There are a number of people who have the impression that one session would be enough to solve any of life’s problems.  The impression is, I am here to get a laundry list of things to do, or not to do.  You are the expert in my life so I will let you in on as much information as I can give, and then you tell me what I should do with my life.  I intentionally put the word, “my,” in italics, because this is often overlooked by those who believe in quick fixes.  They forget that it is their lives that are at stake, not the therapists’.  It is difficult if not impossible (at times even dangerous), for a therapist to decide in behalf of someone else, let alone someone who the therapist just met for a half hour or so.

Of course, I cannot deny the benefits of attending workshops and seminars.  For many, this may be their only chance to get help, as private therapy can be intimidating and scary.  This can mostly be attributed to the stigma that people attach to those seeking psychological help.  Cancer or heart disease aren’t the usual fare among comedians, but serious mental health problems belong to a certain group of subject matter that is frequently used as punchlines.  It probably ranks up there with being dumb or blind.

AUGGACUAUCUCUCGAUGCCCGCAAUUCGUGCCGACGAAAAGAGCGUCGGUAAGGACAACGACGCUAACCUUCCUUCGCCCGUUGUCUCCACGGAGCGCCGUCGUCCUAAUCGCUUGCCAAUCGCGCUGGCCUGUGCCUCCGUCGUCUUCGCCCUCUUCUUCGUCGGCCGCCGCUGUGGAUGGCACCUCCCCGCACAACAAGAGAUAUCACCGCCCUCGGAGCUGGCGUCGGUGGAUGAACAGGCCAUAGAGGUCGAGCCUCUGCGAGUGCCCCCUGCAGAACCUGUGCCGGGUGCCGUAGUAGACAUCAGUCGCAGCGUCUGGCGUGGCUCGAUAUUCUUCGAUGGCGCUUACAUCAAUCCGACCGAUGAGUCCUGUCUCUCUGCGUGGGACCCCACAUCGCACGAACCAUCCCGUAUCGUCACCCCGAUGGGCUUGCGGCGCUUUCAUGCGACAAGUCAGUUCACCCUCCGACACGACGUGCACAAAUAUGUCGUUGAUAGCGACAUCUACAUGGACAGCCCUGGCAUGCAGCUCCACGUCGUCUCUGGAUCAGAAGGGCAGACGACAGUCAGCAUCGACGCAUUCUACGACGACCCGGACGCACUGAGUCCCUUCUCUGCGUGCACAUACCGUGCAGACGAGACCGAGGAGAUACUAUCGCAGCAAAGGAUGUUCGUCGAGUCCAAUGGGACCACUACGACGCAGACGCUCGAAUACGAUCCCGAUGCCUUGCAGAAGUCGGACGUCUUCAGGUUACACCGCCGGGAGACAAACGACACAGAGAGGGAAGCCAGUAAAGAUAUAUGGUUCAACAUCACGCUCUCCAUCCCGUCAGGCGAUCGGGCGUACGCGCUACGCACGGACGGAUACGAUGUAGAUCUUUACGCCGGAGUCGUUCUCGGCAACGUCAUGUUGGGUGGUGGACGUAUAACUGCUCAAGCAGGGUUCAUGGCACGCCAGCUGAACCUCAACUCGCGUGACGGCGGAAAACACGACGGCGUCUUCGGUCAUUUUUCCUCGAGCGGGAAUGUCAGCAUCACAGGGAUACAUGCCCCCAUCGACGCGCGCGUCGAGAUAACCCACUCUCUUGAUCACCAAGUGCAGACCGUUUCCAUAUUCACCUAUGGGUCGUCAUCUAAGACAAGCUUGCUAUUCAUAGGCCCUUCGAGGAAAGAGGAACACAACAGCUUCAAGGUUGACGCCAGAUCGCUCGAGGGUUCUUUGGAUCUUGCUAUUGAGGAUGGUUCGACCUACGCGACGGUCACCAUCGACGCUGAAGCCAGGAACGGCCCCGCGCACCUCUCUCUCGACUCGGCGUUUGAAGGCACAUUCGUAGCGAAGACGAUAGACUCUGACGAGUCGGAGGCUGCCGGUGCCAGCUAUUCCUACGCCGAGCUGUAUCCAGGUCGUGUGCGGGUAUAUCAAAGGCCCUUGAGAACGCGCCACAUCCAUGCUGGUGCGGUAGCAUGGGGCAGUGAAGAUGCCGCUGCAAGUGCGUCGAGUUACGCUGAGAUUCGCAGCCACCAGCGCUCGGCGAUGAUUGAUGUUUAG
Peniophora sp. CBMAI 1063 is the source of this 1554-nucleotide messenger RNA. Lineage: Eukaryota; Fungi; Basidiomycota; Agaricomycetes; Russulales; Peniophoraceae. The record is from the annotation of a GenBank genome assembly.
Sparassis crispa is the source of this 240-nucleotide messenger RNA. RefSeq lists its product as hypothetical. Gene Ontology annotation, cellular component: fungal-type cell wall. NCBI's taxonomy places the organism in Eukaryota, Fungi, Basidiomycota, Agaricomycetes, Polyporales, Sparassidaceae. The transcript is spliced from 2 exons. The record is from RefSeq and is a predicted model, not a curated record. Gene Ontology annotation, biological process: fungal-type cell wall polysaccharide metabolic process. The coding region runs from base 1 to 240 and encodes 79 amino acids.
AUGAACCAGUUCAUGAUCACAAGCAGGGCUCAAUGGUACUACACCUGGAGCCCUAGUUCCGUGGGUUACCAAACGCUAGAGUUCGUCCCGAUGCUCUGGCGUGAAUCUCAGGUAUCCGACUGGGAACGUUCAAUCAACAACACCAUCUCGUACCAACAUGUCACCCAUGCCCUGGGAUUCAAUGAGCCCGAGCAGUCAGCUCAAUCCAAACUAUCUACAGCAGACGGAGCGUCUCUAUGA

How can you tell the difference between psychoeducation and advice-giving?  It may sound rather simple, but it can be tough to distinguish.  You would know it is psychoeducation if it talks about approaches, theories and studies.  There is always a certain degree of hesitation when these are mentioned.  Advice on the other hand is normally given with some level of certainty.  It gives someone permission to make decisions for another.  Psychoeducation gives you the results of careful study, and leaves the decision-making to the listener.  Advice-giving springs from a matrix of conformity, and a one-size-fits-all conception of what constitutes the good life.

Please understand that I am not writing this to embarrass or disparage anyone who may have hitherto believed in advice-taking.  This is to let people become more familiar with what is involved in counseling, psychotherapy or life coaching.  It really puts much pressure on therapists when they are taken as experts, when only you can be the expert in your life.  So be kind to your therapist.  There is little use for you to ask for their advice, because it is unlikely that a well-trained therapist, will give in to your wishes.